trump's healthcare moves, explained
Twice on Thursday, President Trump did surprising, mean, and possibly unlawful things to destabilize Obamacare insurance markets:
- In the afternoon, he issued an executive order that does a few things that sound good on paper (see below);
- Later, he scrapped subsidies to health insurance companies, known as cost-sharing reduction payments, that “help pay out-of-pocket costs of low-income people.”
Taken together, these may sabotage the Affordable Care Act – “sending insurance premiums soaring and insurance companies fleeing from the health law’s online marketplaces,” according to The New York Times. The repeal of “Obamacare,” as Republicans derogatorily refer to the ACA, has been one of Trump’s primary goals since he started campaigning for office in 2015. After multiple congressional failures to do so, it looks like he’s taking matters into his own hands.
So, first: the executive order. Officially titled “Presidential Executive Order Promoting Healthcare Choice and Competition Across the United States,” the action does a few interesting things:
- It directs the Labor Department to figure out ways for small businesses to band together and purchase health insurance “through nationwide association health plans” (emphasis mine) that may “free [businesses] from several key Obamacare regulations and from state oversight, allowing them to sell plans with lower premiums but skimpier benefits”;
- It extends the time limit on short-term coverage, or “short-term limited duration insurance,” – a market that’s completely unregulated by the ACA – from three months to nearly a year;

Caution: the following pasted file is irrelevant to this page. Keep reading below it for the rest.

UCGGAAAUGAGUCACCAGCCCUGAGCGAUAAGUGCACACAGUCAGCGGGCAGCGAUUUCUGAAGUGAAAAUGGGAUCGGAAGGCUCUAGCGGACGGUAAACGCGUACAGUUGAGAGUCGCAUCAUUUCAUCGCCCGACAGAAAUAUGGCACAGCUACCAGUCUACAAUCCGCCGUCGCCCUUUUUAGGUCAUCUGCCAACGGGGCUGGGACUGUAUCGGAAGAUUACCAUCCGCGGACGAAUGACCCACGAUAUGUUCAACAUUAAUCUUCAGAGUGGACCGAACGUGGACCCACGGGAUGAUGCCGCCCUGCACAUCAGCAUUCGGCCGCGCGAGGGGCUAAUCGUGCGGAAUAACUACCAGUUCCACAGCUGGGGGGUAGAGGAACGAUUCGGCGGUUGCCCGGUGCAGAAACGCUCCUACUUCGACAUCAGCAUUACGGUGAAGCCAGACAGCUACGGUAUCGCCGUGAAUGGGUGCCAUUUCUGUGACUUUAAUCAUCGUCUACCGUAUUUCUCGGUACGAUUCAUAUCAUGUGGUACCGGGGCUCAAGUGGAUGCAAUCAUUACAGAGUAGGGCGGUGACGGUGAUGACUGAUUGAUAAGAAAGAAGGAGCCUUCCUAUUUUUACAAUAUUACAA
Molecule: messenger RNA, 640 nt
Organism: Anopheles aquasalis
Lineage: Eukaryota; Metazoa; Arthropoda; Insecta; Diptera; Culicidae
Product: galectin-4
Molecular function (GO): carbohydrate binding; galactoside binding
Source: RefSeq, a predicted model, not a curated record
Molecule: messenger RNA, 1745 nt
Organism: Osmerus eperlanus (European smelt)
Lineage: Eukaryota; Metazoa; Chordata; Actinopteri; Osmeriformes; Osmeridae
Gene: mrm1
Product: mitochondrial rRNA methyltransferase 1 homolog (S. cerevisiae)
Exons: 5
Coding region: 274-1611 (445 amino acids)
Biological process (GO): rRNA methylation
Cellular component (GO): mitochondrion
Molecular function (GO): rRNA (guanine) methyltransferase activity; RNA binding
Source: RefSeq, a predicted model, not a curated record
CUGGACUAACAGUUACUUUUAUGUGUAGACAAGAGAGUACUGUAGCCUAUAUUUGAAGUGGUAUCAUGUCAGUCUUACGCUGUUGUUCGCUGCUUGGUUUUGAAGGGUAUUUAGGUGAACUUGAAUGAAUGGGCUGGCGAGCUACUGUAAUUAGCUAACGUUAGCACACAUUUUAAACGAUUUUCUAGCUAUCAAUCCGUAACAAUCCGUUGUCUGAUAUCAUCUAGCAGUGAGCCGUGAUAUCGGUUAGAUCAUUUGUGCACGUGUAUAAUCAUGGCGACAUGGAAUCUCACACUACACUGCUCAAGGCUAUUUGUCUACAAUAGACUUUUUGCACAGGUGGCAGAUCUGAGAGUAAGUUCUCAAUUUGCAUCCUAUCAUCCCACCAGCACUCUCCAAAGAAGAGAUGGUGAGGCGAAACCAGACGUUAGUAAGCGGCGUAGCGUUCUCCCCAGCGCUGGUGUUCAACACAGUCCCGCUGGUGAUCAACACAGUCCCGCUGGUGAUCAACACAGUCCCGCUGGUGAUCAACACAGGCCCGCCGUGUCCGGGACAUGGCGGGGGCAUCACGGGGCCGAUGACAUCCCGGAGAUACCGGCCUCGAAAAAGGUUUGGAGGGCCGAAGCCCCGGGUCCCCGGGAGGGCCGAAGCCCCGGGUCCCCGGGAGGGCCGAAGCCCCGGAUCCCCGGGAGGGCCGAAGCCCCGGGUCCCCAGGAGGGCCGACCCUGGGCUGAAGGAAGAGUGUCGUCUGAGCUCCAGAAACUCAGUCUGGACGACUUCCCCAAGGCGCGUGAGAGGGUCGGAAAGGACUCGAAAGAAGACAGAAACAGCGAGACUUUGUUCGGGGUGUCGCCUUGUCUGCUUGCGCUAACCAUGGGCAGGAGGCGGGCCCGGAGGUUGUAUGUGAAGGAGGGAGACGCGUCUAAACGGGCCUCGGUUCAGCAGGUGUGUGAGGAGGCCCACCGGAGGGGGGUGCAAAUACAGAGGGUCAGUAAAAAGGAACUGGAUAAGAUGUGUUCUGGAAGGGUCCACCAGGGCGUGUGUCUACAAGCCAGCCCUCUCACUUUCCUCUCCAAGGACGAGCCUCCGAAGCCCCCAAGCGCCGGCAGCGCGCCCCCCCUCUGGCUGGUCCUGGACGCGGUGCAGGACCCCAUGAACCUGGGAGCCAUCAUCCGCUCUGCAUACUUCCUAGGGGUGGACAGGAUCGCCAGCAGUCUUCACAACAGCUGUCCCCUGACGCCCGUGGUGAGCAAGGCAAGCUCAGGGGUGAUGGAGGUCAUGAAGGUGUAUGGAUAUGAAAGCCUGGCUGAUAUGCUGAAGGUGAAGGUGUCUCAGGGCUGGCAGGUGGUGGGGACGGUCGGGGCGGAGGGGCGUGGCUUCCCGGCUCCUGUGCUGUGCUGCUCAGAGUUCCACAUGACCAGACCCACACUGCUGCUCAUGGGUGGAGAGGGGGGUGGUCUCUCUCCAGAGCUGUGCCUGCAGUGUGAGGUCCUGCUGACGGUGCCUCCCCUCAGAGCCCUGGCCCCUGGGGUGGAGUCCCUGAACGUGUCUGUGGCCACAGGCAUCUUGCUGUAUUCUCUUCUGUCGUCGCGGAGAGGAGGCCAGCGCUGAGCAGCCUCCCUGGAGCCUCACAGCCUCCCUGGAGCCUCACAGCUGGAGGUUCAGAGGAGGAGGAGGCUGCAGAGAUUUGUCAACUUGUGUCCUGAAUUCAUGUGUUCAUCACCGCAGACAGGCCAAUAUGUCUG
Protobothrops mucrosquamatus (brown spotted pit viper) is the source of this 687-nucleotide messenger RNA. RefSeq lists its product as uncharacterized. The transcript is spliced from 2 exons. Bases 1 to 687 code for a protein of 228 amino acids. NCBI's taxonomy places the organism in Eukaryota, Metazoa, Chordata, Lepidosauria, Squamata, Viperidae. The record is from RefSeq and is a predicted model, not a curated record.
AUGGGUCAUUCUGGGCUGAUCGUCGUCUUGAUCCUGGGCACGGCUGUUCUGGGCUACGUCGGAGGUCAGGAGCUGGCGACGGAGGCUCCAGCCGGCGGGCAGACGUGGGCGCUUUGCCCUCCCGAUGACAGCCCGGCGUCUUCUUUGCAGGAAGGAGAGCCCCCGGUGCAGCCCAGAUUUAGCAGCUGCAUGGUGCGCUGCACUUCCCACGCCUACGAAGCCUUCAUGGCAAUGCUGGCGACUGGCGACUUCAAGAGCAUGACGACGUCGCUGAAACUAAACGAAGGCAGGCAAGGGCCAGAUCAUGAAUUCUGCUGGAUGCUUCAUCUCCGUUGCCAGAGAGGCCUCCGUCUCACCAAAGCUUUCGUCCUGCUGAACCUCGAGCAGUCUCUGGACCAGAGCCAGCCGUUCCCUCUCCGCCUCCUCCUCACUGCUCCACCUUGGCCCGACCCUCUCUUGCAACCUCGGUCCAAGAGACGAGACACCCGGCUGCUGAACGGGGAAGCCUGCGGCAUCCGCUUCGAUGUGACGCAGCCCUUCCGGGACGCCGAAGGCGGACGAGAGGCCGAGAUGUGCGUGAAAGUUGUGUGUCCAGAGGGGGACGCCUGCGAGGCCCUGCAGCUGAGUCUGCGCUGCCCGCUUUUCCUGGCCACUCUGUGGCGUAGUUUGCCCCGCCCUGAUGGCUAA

- It looks to “broaden the ability of employers to give workers money to buy their own coverage through health reimbursement arrangements.”
These moves are all supposed to expand options, ease restrictions that keep businesses from buying insurance across state lines, and drive some costs down – they’re free-market moves, aligned with GOP orthodoxy, which was why Sen. Rand Paul (R-KY), who’s essentially a libertarian, called them “the biggest free market reform of health care in a generation.”
However: because they’ll almost certainly attract young and healthy folks looking for cheaper insurance options, they may end up sending ACA premiums soaring. Why is this? As an industry, insurance depends on cost-sharing: the more people pay into it, the cheaper it is for everybody. If healthy, employed people exit ACA markets for cheaper, unregulated markets that cover much less, then insurance companies that still participate in those ACA markets are forced to raise prices for the remaining people – the sick and the poor – to maintain the level of coverage the ACA mandates. As Dylan Scott at Vox puts it, this “has the makings of a death spiral, with ever-increasing premiums and insurers deciding to leave the market altogether.”
Trump’s second move is much more mean-spirited: by ending ACA subsidies, the White House immediately makes it extremely difficult for insurers to keep costs down for low-income folks. As Amy Goldstein and Juliet Eilperin report at The Washington Post, those cost-sharing reduction payments had gone to insurers who “help eligible consumers afford their deductibles and other out-of-pocket expenses.” Without the extra federal help, there’s not enough cash in the low-income marketplace to keep costs affordable – it’s that cost-sharing principle again. And to make matters worse, “ending the payments is grounds for any insurer to back out of its federal contract to sell health plans for 2018,” according to Goldstein and Eilperin – it’s that death spiral thing again, plus a little bit of herd mentality: with just three weeks until ACA’s open enrollment period, a move like this could spook insurers, and if just one of them pulls out of the market, it may turn into a stampede.
The administration, in making the move, argued that the cost-sharing reductions, or CSRs, were illegal – a long-running bailout of insurance companies, essentially – and in fact, House Republicans sued the Obama administration over these payments, and won, although the case immediately was appealed.
header image: the white house / flickr